Miko Maessner

Kearney High senior Miko Maessner used his speed to set new Kearney High rushing records and ear Kearney Hub Territory 11-man Player of the Year honors.

KEARNEY — Speed thrills.

And Miko Maessner brought speed to the Kearney High School football team. The Class A 100- and 200-meter dash state champion in the spring, Maessner ran for a school single-season record 1,264 yards and scored 14 touchdowns during the Bearcats’ 7-3 season. He also established a new career rushing record, which is “difficult to do with some of the running backs we’ve had go through here in past years,” KHS coach Brandon Cool said.

Maessner also had 205 yards and two touchdowns on kickoff returns and caught eight passes for 80 yards to net 1,549 all-purpose yards last season.

“Miko had a tremendous year. ... He has great foot speed. He’s athletic. He can get the ball to the end zone in a hurry,” Cool said.

Maessner’s highlight-film year, which included a 76-yard touchdown run and a 95-yard kickoff return, has led to his selection as the Kearney Hub 11-man football player of the year.

He has committed to play football collegiately at Princeton University. The Tigers will get more than speed when Maessner joins them this fall as he’s added more power to his game.

“He’s athletic, he can catch the ball. I thought he really improved running the football between the tackles this year. So he’s gained some toughness this year, which kids usually do from a maturity standpoint,” Cool said.

After an eye-opening sophomore year, in which he went over the 1,000-yard mark, Maessner ran for less than 500 yards as a junior.

“I just wasn’t healthy all year. I had a lot of problems going on and it affected me a lot,” Maessner said of his junior season. “But I put in a lot of work in the offseason and it all paid off. ... I felt a lot better. All the work I put in, all the support I got from my family, friends, teammates and coaches, it all helped.”

It was a welcome site for the Bearcats football team.

“I think the game slowed down for him,” Cool said. “He was more patient, especially reading the blocks on the perimeter. He was more patient with our offensive linemen, whether it was a guard pulling or a tackle pulling, where he was able to read those plays a little more than as a sophomore. His confidence really, really grew from his sophomore, junior year up to his senior year.”

Maessner’s sophomore season was his first year playing running back, and he believes he’s made progress and that has happened because of “learning how to cut and read the defenses. This year I tried to cut a little more. My sophomore year I was straight up and down the field,” he said.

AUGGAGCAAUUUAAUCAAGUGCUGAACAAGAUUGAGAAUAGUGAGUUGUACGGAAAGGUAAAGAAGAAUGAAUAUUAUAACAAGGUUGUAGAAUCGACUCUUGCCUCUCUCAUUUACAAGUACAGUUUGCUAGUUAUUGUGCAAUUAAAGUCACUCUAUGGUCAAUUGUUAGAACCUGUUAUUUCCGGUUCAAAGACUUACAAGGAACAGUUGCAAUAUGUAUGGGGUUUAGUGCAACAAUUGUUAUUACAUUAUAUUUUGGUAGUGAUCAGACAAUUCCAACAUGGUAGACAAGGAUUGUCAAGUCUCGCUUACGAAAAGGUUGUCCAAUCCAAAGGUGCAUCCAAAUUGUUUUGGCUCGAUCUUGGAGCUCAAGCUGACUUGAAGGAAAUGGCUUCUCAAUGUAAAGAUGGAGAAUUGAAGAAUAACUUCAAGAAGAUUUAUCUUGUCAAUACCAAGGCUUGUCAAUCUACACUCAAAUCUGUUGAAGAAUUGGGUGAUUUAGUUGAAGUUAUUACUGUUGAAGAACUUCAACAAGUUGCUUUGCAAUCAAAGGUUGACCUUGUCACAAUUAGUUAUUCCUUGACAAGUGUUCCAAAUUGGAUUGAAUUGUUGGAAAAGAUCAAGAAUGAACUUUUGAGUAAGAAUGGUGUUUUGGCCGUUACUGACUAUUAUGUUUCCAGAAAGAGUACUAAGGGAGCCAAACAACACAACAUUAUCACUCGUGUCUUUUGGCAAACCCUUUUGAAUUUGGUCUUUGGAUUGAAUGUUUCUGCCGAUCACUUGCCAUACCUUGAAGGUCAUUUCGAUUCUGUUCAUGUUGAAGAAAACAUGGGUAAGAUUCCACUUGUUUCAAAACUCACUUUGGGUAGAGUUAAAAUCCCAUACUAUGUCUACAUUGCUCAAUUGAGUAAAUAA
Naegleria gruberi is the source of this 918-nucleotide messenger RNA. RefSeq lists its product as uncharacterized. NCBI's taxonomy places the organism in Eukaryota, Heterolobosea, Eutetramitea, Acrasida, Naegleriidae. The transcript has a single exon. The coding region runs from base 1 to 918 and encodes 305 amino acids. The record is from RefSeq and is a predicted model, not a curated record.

Across the line, Cool said he could see the opponents adjusting their defenses to stop Maessner. Not only did they have a couple of players keeping an eye on where he might be going, but “they would always have a ‘spy guy’ on him also.” That made getting him in the open field, one-on-one with a defensive back, a little bit harder, but not impossible. And when it happened — zoom.

“Foot speed in the world of athletics is the key to a lot of success and he definitely has it,” Cool said.

For the Bearcats, Maessner also had a defensive role. Playing cornerback, he made 14 tackles and recovered a fumble.

“It was not my specialty, but I’ll do whatever to help the team,” Maessner said

When Princeton started talking to him about playing running back, that finalized the deal. He had been recruited by South Dakota State, Iowa State and Ohio University, but things fell into place at Princeton when his father, a Hackensack, N.J., native and University of Virginia graduate, had a reunion with friends near Princeton. The reunion coincided with a football camp.

“I really didn’t know what I was going to do. Then when I went to that Princeton camp, it was the last camp I went to. I just felt right at home there,” Maessner said. “The opportunities I’m going to have with the degree and everything is going to be awesome and the connections I’m going to make. And I love the coaching staff and a lot of the players.”

But he will miss the friends he’s made at Kearney.

In spite of the long runs, the touchdowns, the big-game victories, Maessner said the highlight of his senior season was the team’s first and last games — both losses.

“Even though we lost that first game against GI, it was really huge for us,” he said. “Just going out and playing with the guys I’ve played with for four years and to go play our rival was a good time. Then that very last game, even though we lost, just to play one more game at Foster Field was a very special moment.”